|當今 tong-kim||Nowadays||現此時 hián-chú-sî (pron. hiān-chū-sî)||Both Singapore and Amoy /Taiwanese commonly use 這陣 chit-chūn to encompass the meaning of "nowadays". 現此時 hián-chú-sî is commonly used in Taiwanese.|
|即陣 chit-chūn||Now||卽擺 chit-mái or 卽暫 chit-chām||卽陣 chit-chūn is also used in Amoy / Taiwanese|
|四散 sì-sōaⁿ (pron. sí-sóaⁿ)||anyhow/casual/random||烏白 (o͘-pe̍h)||E.g. 伊四散講 i sì-sōaⁿ kóng - He speaks casually (or nonsense). 四散 (sì-sōaⁿ) is sometimes also used in Amoy.|
|定著 tiāⁿ-tio̍h||surely||一定 it-tīng or 絕對 cho̍at-tùi (pron. chòat-tùi)||定著 tiāⁿ-tio̍h is sometimes also used in Taiwan. 一定 it-tīng is a loan from Mandarin.|
|驚輸 kiaⁿ-su||Fear of losing out/failure - kiasu||驚失敗 (kiaⁿ sit-pāi)|
|公私 kong-si||Share||分 pun or 公家 kong-ke|
|正 chiā||Very||真 chin|
|傷 siong||Very tough or difficult||艱難/困難 kan-lân/khùn-lân||"傷 siong" literally means "injurious", but has become slang in Singapore for "tough" or "difficult"|
|幸 heng||Luckily, fortunately||好佳在 hó-kai-chài|
|食風 chia̍h-hong||To go on holiday, or more generally to live in luxury||𨑨迌 tshit-thô||In Amoy / Taiwanese, "食風 (chia̍h-hong)" is also used but means "facing the wind". In Singapore, 𨑨迌 tshit-thô means simply "to play" (as in children playing).|
Same word, different pronunciation
There are some words used in Singaporean Hokkien that are the same in Taiwanese Hokkien, but are pronounced differently.
|Hokkien Words||Definition||Singaporean Hokkien||Taiwanese Hokkien||Notes|
|咖啡||Coffee||ko-pi||ka-pi||ko-pi is a loan word from Malay word "kopi" which in turn is taken from the English word "coffee." The Mandarin word "Ka-fei" and the Taiwanese Hokkien "Ka-pi" are derived from the European continental version "Café" (French / Spanish / Portuguese) or "Kaffee" (German). As Hokkien does not have an f-sound, this turned into a p-sound. Filipino-Chinese Hokkien which is very close to the Taiwanese variety pronounces the word for "coffee" as "ka-peh" which derives from the Filipino pronunciation of the Spanish word "café" which is "kape."|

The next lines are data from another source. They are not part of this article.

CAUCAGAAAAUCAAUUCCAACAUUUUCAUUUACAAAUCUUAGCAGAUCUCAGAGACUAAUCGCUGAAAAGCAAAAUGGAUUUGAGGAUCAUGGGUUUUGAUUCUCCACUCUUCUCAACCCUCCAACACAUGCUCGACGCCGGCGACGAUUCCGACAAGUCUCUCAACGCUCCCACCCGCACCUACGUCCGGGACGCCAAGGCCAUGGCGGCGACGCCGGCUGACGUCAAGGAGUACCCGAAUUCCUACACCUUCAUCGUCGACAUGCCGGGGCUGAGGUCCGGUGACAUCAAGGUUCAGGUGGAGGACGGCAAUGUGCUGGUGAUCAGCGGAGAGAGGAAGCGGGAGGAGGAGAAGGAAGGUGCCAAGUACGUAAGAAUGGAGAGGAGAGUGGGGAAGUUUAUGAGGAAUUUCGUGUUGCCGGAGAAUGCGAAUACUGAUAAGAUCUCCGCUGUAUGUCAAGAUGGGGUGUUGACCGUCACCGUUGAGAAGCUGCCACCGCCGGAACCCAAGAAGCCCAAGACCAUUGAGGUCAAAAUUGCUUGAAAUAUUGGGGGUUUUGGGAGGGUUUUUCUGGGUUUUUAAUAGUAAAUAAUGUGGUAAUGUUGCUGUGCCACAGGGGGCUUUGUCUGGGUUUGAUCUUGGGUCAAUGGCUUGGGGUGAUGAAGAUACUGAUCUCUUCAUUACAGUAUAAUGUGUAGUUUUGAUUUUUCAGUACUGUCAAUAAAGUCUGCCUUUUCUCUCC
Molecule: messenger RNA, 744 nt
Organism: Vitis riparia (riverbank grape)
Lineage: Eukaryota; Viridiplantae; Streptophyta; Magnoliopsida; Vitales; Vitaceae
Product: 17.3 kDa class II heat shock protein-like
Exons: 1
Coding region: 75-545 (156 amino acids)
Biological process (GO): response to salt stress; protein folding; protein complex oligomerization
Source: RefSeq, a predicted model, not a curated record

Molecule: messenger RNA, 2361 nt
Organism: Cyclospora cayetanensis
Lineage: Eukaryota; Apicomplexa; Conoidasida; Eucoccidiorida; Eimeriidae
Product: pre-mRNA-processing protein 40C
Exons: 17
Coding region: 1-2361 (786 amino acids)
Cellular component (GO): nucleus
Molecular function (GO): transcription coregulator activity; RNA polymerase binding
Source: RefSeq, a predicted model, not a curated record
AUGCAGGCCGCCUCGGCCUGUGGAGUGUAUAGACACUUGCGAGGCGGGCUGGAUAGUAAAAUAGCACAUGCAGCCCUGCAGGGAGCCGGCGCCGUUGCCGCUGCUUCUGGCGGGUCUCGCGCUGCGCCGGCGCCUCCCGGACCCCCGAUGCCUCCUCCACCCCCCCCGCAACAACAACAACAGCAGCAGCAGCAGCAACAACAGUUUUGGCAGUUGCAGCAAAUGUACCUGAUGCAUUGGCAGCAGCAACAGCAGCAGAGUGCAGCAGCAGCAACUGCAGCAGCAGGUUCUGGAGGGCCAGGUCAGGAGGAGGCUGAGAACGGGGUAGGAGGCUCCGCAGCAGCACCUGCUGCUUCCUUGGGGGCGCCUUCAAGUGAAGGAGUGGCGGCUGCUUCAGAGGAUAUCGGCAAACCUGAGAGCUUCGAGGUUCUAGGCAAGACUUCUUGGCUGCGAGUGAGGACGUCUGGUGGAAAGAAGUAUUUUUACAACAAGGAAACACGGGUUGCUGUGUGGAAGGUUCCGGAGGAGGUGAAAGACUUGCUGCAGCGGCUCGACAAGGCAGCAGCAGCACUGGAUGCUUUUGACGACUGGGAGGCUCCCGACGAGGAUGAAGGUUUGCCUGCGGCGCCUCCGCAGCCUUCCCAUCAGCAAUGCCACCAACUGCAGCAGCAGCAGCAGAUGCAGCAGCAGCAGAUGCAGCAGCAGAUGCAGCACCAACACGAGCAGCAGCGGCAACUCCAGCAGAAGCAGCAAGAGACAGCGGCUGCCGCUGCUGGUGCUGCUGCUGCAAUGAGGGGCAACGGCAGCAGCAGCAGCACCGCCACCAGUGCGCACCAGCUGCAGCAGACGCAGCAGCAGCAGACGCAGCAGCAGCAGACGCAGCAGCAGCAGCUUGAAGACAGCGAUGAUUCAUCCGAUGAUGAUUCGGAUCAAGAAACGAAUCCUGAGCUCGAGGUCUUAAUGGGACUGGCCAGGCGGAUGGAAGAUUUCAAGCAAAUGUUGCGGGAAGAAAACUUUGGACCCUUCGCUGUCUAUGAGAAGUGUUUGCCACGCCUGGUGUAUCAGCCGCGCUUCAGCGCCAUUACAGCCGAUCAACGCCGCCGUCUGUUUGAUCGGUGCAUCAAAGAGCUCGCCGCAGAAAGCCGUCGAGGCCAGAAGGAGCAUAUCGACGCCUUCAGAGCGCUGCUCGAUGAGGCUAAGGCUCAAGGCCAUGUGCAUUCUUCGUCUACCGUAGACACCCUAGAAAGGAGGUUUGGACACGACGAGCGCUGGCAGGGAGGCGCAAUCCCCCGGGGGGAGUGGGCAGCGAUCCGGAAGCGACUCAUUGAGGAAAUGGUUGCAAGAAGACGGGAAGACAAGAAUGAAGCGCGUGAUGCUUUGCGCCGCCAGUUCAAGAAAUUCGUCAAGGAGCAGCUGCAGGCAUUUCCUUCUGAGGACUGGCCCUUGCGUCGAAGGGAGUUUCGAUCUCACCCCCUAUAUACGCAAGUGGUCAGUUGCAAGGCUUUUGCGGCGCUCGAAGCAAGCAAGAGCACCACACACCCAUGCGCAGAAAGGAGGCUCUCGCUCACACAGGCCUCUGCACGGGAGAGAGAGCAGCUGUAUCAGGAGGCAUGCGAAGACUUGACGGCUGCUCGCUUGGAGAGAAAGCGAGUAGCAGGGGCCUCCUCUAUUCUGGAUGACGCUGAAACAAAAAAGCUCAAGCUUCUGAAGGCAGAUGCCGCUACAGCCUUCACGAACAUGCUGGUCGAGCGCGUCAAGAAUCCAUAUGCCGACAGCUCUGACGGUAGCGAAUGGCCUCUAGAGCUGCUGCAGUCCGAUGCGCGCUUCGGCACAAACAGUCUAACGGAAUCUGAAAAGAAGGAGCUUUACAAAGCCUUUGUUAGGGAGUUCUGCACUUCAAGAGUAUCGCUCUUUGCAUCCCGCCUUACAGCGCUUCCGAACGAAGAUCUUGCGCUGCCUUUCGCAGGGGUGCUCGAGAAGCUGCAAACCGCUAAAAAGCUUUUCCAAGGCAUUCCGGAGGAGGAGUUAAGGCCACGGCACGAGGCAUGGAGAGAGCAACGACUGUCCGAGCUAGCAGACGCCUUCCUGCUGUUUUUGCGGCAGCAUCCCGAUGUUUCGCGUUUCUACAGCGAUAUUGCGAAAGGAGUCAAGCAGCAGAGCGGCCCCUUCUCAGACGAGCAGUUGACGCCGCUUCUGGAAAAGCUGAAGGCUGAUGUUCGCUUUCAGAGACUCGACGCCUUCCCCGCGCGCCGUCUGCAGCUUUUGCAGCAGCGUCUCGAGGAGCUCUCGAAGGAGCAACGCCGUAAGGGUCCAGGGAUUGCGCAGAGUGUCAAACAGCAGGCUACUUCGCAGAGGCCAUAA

|按怎||How||án-chóaⁿ||án-nuá||"án-chóaⁿ" is also commonly used in Taiwan. The pronunciation of "án-nuá" originates from Zhangzhou.|
|啥物/甚物||What||si-mih/sim-mih||siáⁿ-mi̍h||"si-mih/sim-mih" is based on the word 甚物 (used in Amoy/Zhangzhou), whereas "siáⁿ-mi̍h" is based on the word 啥物 (used in Quanzhou). Taiwan typically uses "啥物 siáⁿ-mi̍h" more often, although "甚物 sim-mih" is also used. Singapore also uses "啥物 siáⁿ-mi̍h", though less often.|
Influences from other local languages
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Because Singapore is a multilingual country, Singaporean Hokkien has been influenced by many other languages spoken in Singapore. As a result, there are many non-Hokkien words that have been imported into Singaporean Hokkien, such as those from Malay, Teochew, Cantonese, and English.
Loanwords from other Chinese varieties
There are words in Singaporean Hokkien that originated from other Chinese variants spoken in Singapore.
|偏 (phiⁿ)||Cheap||俗 (sio̍k)||偏 (phiⁿ) originates from Teochew. 俗 (sio̍k) also used in Amoy/Quanzhou/Zhangzhou|
|死父(sî-bēh)||Very||眞 (chin) or 足 (chiok)||Originated from Teochew word 死父 (si2-bê6). Interchangeably used in Singaporean Hokkien, which can coincide with the Hokkien pronunciation of 死爸(sí-pēh). The word 死爸(sí-pēh) in original Hokkien is a vulgar word that means "to the extent that your/my father dies".|
|山龜 (soāⁿ-ku)||Country-bumpkin||土包仔 (thó͘-pau-á)||Originated from Teochew, lit. "mountain tortoise"|
|無便 (bô-piàn)||There is no way (nothing can be done)||無法度 (bô-hoat-tō)||Originated from Teochew|
|做儛 (chò-bú),||together||做伙 (chòe-he), 做陣(chòe-tīn) or 鬭陣 (tàu-tīn)||Originated from Teochew|
|緊張 (gan tʂiong)||Nervous||緊張 (kín-tiuⁿ)||Originated from Cantonese|
The following are the common Malay loanwords used in Singaporean Hokkien. Most of them are also used in Amoy.
|Malay loanwords in Singaporean Hokkien||Hanzi||Definition||Compare Original Amoy||Notes|
|Su-ka (soeka)||舒合 (su-kah)||Like||合意 (kah-ì)|
|Sabun||雪文 (sap-bûn)||Soap||茶箍 (tê-kho͘)||雪文 (sap-bûn) is also used in Taiwan. Amoy, Quanzhou and Zhangzhou also uses 雪文 (sap-bûn). Originates from old Portuguese "sabon" (modern Portuguese uses "sabão") which also gave Malay its word for soap. 茶箍/茶枯 (tê-kho͘) is also used in Amoy/Quanzhou/Zhangzhou.|
|Kah-win (kawin)||交寅 (kau-ín)||Marry||結婚 (kiat-hun)||交寅 (kau-ín) is also used in Amoy. Originates from Malay.|
|Ba-Lu (Baru)||Recently||最近 (chòe-kīn)|
|Pa-sak (Pasar)||巴刹 (pa-sat)||Market||市場 (chhī-tiûⁿ) or 菜市 (chhài-chhī)|
|Ma-ta (Mata Mata)||Police||警察 (kéng-chhat)||Mata literally means "eye" and is also used in Malaysia as a colloquial term for the police.|
|Si-nang (Senang)||Easy||簡單 (kán-tan)|
|To-long||Help||拜托 (pài-thok)，幫忙 (pang-bâng) or 鬭相共 (tàu-saⁿ-kāng)|
|Sa-lah||Offence, Wrong||犯法 (hōan-hoat)|